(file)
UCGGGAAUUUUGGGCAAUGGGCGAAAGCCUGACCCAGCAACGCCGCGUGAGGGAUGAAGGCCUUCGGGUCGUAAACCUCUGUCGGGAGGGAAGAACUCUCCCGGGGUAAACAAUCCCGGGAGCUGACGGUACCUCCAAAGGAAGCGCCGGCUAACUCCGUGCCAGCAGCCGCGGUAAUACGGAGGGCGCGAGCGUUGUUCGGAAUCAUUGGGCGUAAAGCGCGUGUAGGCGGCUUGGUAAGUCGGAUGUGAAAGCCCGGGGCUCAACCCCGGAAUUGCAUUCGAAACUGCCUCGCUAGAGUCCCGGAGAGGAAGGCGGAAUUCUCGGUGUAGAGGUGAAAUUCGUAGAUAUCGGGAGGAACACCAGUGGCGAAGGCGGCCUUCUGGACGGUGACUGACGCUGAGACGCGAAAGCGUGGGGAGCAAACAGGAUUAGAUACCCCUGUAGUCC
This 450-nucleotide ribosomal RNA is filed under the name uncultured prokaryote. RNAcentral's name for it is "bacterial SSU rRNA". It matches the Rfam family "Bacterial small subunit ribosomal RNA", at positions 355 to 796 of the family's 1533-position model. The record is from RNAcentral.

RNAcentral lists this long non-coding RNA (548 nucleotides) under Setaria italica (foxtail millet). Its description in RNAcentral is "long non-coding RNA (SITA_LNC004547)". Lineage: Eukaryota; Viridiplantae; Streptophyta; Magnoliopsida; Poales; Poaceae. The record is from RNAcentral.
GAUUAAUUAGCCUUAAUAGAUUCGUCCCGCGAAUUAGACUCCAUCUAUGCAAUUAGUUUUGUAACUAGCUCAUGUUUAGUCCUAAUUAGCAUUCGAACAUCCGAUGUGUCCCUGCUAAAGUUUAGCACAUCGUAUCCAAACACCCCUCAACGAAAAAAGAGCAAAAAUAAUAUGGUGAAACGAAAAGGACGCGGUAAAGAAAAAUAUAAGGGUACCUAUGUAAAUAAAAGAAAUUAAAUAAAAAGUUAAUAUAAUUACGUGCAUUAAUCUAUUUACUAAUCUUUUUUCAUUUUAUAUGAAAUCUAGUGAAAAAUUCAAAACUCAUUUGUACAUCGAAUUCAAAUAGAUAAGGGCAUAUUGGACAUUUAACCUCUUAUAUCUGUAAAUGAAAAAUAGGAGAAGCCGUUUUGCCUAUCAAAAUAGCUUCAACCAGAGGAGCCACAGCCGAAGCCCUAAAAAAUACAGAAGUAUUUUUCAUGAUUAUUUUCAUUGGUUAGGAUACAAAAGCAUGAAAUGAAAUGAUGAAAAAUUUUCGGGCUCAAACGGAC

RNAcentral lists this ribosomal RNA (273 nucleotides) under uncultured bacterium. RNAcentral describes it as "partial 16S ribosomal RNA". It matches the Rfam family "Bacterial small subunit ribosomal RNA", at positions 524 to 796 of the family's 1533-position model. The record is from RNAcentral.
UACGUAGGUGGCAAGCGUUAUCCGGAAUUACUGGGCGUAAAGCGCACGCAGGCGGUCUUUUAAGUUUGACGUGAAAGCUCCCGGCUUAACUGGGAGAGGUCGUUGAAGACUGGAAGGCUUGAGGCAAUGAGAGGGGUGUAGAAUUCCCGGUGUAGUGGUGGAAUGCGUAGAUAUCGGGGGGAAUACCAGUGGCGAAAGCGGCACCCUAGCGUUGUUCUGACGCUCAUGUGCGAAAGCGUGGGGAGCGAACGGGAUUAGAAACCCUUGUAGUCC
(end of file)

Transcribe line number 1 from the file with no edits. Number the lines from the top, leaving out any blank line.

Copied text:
UCGGGAAUUUUGGGCAAUGGGCGAAAGCCUGACCCAGCAACGCCGCGUGAGGGAUGAAGGCCUUCGGGUCGUAAACCUCUGUCGGGAGGGAAGAACUCUCCCGGGGUAAACAAUCCCGGGAGCUGACGGUACCUCCAAAGGAAGCGCCGGCUAACUCCGUGCCAGCAGCCGCGGUAAUACGGAGGGCGCGAGCGUUGUUCGGAAUCAUUGGGCGUAAAGCGCGUGUAGGCGGCUUGGUAAGUCGGAUGUGAAAGCCCGGGGCUCAACCCCGGAAUUGCAUUCGAAACUGCCUCGCUAGAGUCCCGGAGAGGAAGGCGGAAUUCUCGGUGUAGAGGUGAAAUUCGUAGAUAUCGGGAGGAACACCAGUGGCGAAGGCGGCCUUCUGGACGGUGACUGACGCUGAGACGCGAAAGCGUGGGGAGCAAACAGGAUUAGAUACCCCUGUAGUCC